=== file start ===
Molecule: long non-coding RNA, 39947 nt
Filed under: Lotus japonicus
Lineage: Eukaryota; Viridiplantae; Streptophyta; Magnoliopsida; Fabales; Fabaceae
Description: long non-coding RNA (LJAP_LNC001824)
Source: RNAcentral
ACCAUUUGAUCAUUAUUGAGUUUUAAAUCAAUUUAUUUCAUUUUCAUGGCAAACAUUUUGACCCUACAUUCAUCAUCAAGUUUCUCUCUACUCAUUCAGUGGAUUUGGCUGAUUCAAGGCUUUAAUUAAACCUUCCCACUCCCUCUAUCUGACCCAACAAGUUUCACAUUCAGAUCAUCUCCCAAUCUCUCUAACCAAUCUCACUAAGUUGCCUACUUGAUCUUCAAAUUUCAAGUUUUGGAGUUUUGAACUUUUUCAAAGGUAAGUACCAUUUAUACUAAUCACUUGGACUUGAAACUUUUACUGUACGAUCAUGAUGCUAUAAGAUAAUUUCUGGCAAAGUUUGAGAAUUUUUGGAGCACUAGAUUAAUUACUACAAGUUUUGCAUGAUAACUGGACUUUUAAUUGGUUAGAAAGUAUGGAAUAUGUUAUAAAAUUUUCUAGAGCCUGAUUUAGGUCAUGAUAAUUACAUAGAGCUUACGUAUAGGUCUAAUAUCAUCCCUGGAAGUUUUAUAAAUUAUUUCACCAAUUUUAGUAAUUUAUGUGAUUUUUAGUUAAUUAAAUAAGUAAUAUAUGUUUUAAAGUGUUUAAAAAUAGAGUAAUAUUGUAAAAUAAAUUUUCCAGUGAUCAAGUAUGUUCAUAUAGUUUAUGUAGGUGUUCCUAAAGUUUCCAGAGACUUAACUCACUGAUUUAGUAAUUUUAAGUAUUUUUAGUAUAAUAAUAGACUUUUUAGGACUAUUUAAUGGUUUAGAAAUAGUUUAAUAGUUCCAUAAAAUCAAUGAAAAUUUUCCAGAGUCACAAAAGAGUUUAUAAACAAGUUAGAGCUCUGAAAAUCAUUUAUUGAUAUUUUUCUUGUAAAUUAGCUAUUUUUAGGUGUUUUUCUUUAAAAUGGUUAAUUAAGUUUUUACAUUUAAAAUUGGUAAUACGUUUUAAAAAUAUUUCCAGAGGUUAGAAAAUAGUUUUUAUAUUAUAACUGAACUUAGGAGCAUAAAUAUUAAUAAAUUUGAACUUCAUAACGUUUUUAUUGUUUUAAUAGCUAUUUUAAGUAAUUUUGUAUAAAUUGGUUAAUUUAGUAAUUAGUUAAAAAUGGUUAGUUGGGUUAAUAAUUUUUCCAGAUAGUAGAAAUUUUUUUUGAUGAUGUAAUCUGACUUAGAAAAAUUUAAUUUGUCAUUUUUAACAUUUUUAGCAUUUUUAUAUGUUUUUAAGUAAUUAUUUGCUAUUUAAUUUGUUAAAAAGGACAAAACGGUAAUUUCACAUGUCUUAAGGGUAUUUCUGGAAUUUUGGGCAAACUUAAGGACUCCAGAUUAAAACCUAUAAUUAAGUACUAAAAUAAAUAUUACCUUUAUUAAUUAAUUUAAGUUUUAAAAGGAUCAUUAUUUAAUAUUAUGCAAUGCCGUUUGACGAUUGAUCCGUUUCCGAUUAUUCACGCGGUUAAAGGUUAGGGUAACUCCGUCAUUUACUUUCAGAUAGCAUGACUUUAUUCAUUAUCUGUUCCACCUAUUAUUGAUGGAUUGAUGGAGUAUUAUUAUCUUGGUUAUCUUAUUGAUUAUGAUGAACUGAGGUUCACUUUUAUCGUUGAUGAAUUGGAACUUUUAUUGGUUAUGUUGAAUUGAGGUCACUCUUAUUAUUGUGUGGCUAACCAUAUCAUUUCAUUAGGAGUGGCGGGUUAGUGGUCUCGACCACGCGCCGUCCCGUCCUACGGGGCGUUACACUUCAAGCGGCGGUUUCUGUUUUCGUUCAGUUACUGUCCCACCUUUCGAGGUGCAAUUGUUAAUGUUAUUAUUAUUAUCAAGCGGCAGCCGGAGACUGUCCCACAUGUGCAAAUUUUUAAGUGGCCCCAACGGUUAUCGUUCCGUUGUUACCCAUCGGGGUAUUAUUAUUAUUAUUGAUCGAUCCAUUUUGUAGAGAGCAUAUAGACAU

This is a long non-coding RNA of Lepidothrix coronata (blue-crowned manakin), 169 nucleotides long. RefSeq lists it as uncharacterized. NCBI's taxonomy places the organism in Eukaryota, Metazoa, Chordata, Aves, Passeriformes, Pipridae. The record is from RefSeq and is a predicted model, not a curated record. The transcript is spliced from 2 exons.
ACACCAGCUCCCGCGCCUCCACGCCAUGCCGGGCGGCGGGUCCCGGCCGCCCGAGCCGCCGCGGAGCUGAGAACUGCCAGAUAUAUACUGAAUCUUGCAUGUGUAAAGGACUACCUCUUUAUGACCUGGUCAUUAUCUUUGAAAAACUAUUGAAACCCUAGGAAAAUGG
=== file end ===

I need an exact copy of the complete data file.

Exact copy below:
Molecule: long non-coding RNA, 39947 nt
Filed under: Lotus japonicus
Lineage: Eukaryota; Viridiplantae; Streptophyta; Magnoliopsida; Fabales; Fabaceae
Description: long non-coding RNA (LJAP_LNC001824)
Source: RNAcentral
ACCAUUUGAUCAUUAUUGAGUUUUAAAUCAAUUUAUUUCAUUUUCAUGGCAAACAUUUUGACCCUACAUUCAUCAUCAAGUUUCUCUCUACUCAUUCAGUGGAUUUGGCUGAUUCAAGGCUUUAAUUAAACCUUCCCACUCCCUCUAUCUGACCCAACAAGUUUCACAUUCAGAUCAUCUCCCAAUCUCUCUAACCAAUCUCACUAAGUUGCCUACUUGAUCUUCAAAUUUCAAGUUUUGGAGUUUUGAACUUUUUCAAAGGUAAGUACCAUUUAUACUAAUCACUUGGACUUGAAACUUUUACUGUACGAUCAUGAUGCUAUAAGAUAAUUUCUGGCAAAGUUUGAGAAUUUUUGGAGCACUAGAUUAAUUACUACAAGUUUUGCAUGAUAACUGGACUUUUAAUUGGUUAGAAAGUAUGGAAUAUGUUAUAAAAUUUUCUAGAGCCUGAUUUAGGUCAUGAUAAUUACAUAGAGCUUACGUAUAGGUCUAAUAUCAUCCCUGGAAGUUUUAUAAAUUAUUUCACCAAUUUUAGUAAUUUAUGUGAUUUUUAGUUAAUUAAAUAAGUAAUAUAUGUUUUAAAGUGUUUAAAAAUAGAGUAAUAUUGUAAAAUAAAUUUUCCAGUGAUCAAGUAUGUUCAUAUAGUUUAUGUAGGUGUUCCUAAAGUUUCCAGAGACUUAACUCACUGAUUUAGUAAUUUUAAGUAUUUUUAGUAUAAUAAUAGACUUUUUAGGACUAUUUAAUGGUUUAGAAAUAGUUUAAUAGUUCCAUAAAAUCAAUGAAAAUUUUCCAGAGUCACAAAAGAGUUUAUAAACAAGUUAGAGCUCUGAAAAUCAUUUAUUGAUAUUUUUCUUGUAAAUUAGCUAUUUUUAGGUGUUUUUCUUUAAAAUGGUUAAUUAAGUUUUUACAUUUAAAAUUGGUAAUACGUUUUAAAAAUAUUUCCAGAGGUUAGAAAAUAGUUUUUAUAUUAUAACUGAACUUAGGAGCAUAAAUAUUAAUAAAUUUGAACUUCAUAACGUUUUUAUUGUUUUAAUAGCUAUUUUAAGUAAUUUUGUAUAAAUUGGUUAAUUUAGUAAUUAGUUAAAAAUGGUUAGUUGGGUUAAUAAUUUUUCCAGAUAGUAGAAAUUUUUUUUGAUGAUGUAAUCUGACUUAGAAAAAUUUAAUUUGUCAUUUUUAACAUUUUUAGCAUUUUUAUAUGUUUUUAAGUAAUUAUUUGCUAUUUAAUUUGUUAAAAAGGACAAAACGGUAAUUUCACAUGUCUUAAGGGUAUUUCUGGAAUUUUGGGCAAACUUAAGGACUCCAGAUUAAAACCUAUAAUUAAGUACUAAAAUAAAUAUUACCUUUAUUAAUUAAUUUAAGUUUUAAAAGGAUCAUUAUUUAAUAUUAUGCAAUGCCGUUUGACGAUUGAUCCGUUUCCGAUUAUUCACGCGGUUAAAGGUUAGGGUAACUCCGUCAUUUACUUUCAGAUAGCAUGACUUUAUUCAUUAUCUGUUCCACCUAUUAUUGAUGGAUUGAUGGAGUAUUAUUAUCUUGGUUAUCUUAUUGAUUAUGAUGAACUGAGGUUCACUUUUAUCGUUGAUGAAUUGGAACUUUUAUUGGUUAUGUUGAAUUGAGGUCACUCUUAUUAUUGUGUGGCUAACCAUAUCAUUUCAUUAGGAGUGGCGGGUUAGUGGUCUCGACCACGCGCCGUCCCGUCCUACGGGGCGUUACACUUCAAGCGGCGGUUUCUGUUUUCGUUCAGUUACUGUCCCACCUUUCGAGGUGCAAUUGUUAAUGUUAUUAUUAUUAUCAAGCGGCAGCCGGAGACUGUCCCACAUGUGCAAAUUUUUAAGUGGCCCCAACGGUUAUCGUUCCGUUGUUACCCAUCGGGGUAUUAUUAUUAUUAUUGAUCGAUCCAUUUUGUAGAGAGCAUAUAGACAU

This is a long non-coding RNA of Lepidothrix coronata (blue-crowned manakin), 169 nucleotides long. RefSeq lists it as uncharacterized. NCBI's taxonomy places the organism in Eukaryota, Metazoa, Chordata, Aves, Passeriformes, Pipridae. The record is from RefSeq and is a predicted model, not a curated record. The transcript is spliced from 2 exons.
ACACCAGCUCCCGCGCCUCCACGCCAUGCCGGGCGGCGGGUCCCGGCCGCCCGAGCCGCCGCGGAGCUGAGAACUGCCAGAUAUAUACUGAAUCUUGCAUGUGUAAAGGACUACCUCUUUAUGACCUGGUCAUUAUCUUUGAAAAACUAUUGAAACCCUAGGAAAAUGG